El Fantastico was also a collector of rare things. His vast comic book collection educated me in everything Marvel. Back then I could tell you the names, alter egos, and origin stories of superheroes most people never heard of. We all know of the Silver Surfer, the Fantastic Four, and Thor. But do you remember Luke Cage Power Man? Or how about the Iron Fist? Galactus and the Watcher? The Brute and Howard the Duck? There were so many. He collected only the best: comics of Marvel and EC, and sometimes Atlas. Never anything so pedestrian as DC. I think it was the art that drew him to comics. He loved the brilliant colors and fantastic poses and immense emotion in those old comic book frames. (Yes, I learned art from El Fantastico. Have you ever seen a Frazetta? No? Check him out. El Fantastico had several, right between his posters of Boris Karloff and Farrah Fawcett.)

When I was eleven or twelve El Fantastico taught me to play chess and Risk. He was a master at anything that involved strategy, especially board games. I don’t think I ever beat him in a serious game. He loved to win, and if he was losing, he loved to cheat. Sometimes I wonder if he enjoyed cheating more than winning. To him that was the best kind of joke. The only time he was serious was when he was lying, and when he grinned without looking at you he was cheating. Honesty wasn’t something I learned from El Fantastico.

Later, we rebuilt the core of his turquoise 1964 Ford Galaxie 500 from the ground up. Since El Fantastico was skillfully lazy, I had the honor of doing most of the work, and learned about motors and transmissions and axles and bearings. When it was running, we’d cruise Woodward Avenue in Royal Oak and have the kind of exalted fun you can only have rumbling down a late-night road in a classic muscle car.

By the time I was fourteen, we were going out more than staying in. That was before cable TV or cheap video tapes. If you wanted to see a movie, and it wasn’t on broadcast TV, you went to the theater. There were Three Stooges Festivals at the Main and sci-fi double-features at the drive-in. Downtown, the Prudential ran The Rocky Horror Picture Show every Friday and Saturday at midnight for years. By sixteen, I’d seen it 29 times. You want culture? Visit a long-running late show of Rocky Horror.

Finally, before we grew apart and I went my own way, El Fantastico became the live-in caregiver for six mentally handicapped adults. He had the entire basement as his apartment, which he filled with all that was El Fantastico: comics, music, art, movies, games, and friends. The large man tenderly cared for his charges, ensuring they were always safe and had everything they needed. More than that he treated them like brothers and sisters, drawing them into the world of El Fantastico, enriching their lives just as he had mine.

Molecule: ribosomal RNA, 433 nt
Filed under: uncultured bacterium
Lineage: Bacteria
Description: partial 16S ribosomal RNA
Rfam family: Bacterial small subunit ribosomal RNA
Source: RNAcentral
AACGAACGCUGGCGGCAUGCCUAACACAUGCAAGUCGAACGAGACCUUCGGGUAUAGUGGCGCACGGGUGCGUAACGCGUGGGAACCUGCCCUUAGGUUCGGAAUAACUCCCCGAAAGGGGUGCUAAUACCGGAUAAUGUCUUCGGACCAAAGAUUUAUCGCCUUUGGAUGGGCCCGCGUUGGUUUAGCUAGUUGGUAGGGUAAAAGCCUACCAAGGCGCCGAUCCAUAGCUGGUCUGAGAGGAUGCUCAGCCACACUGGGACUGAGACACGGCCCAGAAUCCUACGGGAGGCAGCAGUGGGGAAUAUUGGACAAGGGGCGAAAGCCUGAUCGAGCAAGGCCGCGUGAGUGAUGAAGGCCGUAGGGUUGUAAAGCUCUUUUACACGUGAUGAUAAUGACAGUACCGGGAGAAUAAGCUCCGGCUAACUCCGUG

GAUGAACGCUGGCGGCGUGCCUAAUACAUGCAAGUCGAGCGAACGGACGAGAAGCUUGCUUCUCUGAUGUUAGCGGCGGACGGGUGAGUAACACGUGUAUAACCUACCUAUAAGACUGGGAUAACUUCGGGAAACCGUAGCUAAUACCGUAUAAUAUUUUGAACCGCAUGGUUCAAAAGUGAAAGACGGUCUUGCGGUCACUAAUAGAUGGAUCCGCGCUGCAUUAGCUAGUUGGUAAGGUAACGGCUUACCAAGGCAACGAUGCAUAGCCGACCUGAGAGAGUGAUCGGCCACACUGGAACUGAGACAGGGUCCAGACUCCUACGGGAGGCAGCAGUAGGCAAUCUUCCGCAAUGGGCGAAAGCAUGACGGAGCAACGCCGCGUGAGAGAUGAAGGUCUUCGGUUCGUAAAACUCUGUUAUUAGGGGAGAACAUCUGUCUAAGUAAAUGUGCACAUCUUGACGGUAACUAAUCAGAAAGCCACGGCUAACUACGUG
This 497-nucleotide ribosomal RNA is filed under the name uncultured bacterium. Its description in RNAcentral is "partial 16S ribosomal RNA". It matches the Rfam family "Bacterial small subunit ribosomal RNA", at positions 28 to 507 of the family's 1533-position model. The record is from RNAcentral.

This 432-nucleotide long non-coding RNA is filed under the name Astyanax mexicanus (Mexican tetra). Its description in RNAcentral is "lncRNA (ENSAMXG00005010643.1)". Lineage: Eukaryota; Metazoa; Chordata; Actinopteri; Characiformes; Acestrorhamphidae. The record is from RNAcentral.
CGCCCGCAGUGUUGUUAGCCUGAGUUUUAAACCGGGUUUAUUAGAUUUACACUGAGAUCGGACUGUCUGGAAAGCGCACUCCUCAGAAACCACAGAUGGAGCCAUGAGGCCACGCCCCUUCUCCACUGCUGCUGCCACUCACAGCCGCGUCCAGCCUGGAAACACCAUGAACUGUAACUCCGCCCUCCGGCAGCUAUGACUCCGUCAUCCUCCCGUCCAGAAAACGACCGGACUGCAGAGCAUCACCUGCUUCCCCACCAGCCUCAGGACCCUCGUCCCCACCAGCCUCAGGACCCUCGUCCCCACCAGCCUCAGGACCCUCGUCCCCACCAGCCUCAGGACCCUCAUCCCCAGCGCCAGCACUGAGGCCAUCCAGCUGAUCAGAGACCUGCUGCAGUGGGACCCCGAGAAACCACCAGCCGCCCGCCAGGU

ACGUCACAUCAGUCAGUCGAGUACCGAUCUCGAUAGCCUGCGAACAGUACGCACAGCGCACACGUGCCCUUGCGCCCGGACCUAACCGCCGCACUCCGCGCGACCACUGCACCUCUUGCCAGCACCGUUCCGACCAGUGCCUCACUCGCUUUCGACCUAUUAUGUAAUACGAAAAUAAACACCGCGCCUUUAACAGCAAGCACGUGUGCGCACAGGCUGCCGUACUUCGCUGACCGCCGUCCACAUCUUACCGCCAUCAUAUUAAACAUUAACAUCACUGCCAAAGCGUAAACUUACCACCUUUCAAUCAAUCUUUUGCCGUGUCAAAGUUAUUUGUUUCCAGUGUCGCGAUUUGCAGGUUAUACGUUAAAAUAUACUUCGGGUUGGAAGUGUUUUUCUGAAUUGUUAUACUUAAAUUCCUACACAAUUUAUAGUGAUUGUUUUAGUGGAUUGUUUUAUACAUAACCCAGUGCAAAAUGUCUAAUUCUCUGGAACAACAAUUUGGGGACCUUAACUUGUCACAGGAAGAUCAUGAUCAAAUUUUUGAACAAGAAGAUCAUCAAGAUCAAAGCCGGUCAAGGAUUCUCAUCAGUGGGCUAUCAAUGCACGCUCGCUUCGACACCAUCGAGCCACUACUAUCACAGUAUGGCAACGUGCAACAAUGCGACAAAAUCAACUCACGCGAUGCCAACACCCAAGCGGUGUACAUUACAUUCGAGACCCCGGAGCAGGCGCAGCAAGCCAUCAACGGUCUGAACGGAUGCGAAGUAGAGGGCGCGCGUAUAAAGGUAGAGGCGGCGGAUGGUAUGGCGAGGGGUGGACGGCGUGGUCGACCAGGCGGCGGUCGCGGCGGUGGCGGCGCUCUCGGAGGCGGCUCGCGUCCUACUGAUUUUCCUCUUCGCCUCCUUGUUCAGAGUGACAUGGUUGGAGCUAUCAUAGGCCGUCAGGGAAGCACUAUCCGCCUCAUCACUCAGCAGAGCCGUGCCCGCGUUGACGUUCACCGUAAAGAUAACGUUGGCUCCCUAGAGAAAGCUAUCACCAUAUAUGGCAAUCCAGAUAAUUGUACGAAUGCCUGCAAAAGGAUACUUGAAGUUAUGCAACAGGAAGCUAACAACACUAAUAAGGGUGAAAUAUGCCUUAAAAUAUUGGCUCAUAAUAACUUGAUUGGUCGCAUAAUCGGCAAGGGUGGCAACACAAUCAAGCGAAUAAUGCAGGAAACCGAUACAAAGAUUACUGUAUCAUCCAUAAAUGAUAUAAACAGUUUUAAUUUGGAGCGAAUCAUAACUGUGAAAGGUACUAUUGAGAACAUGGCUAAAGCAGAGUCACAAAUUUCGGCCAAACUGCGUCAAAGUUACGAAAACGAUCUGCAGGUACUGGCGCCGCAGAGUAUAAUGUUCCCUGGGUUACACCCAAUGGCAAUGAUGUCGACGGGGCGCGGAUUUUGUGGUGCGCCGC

I can’t think of much that El Fantastico left that prepared me for success. But, man, he lived. We lived. I wouldn’t trade the years in that cerebrally hedonistic wilderness for anything.


The Mass Effect of Gonzo Gaming

Great storytelling isn’t dead. It thrives in a new medium, a cross between story and game enabled by the fusion of technology, well-crafted stories, and game design. A story is no longer merely a story; it’s an experience. It’s an immersion. And that means it can affect people in a way that might surprise you.

I work from home and often have to weave my way through a pack of kids playing Xbox in my living room. Recently, I noticed something strange. Several kids watched while only one played. They were transfixed. I stopped to see what was so fascinating. The on-screen dialogue was crisp and intriguing, so I sat and watched. I asked about the characters. How had they become who they were? What happens to them? Who were the bad guys, really? The kids revealed a backstory with all the elements of a good novel:

A galactic circle of life set spinning by an un-living race of machines threatens the galaxy’s civilizations. Every fifty millennia these machines return to blast every advanced civilization back to the Stone Age. Why? What do these machines have against advancement? Why a cycle? Why not just end it once and for all? Earlier civilizations tried to resist. Now it’s happening again. How is the current cast different? How will they break the cycle and defeat the mysterious and frightening enemy?

There is big action, betrayal, sacrifice, loss, and redemption. There is even a main character named the Illusive Man. How do you get a name like that?

Writers put all this into the story and game developers built the story into a game. Players are thrust into hard decisions and heroic acts, often finding themselves in classic Kobayashi Maru no-win scenarios, choosing which of their comrades to save and which to leave to die. And, of course, what they choose has plenty of unintended consequences.

That’s Mass Effect 2. Mass Effect 3 came out a few weeks ago. I won’t play, but I have to find out how it all ends. Why? The story.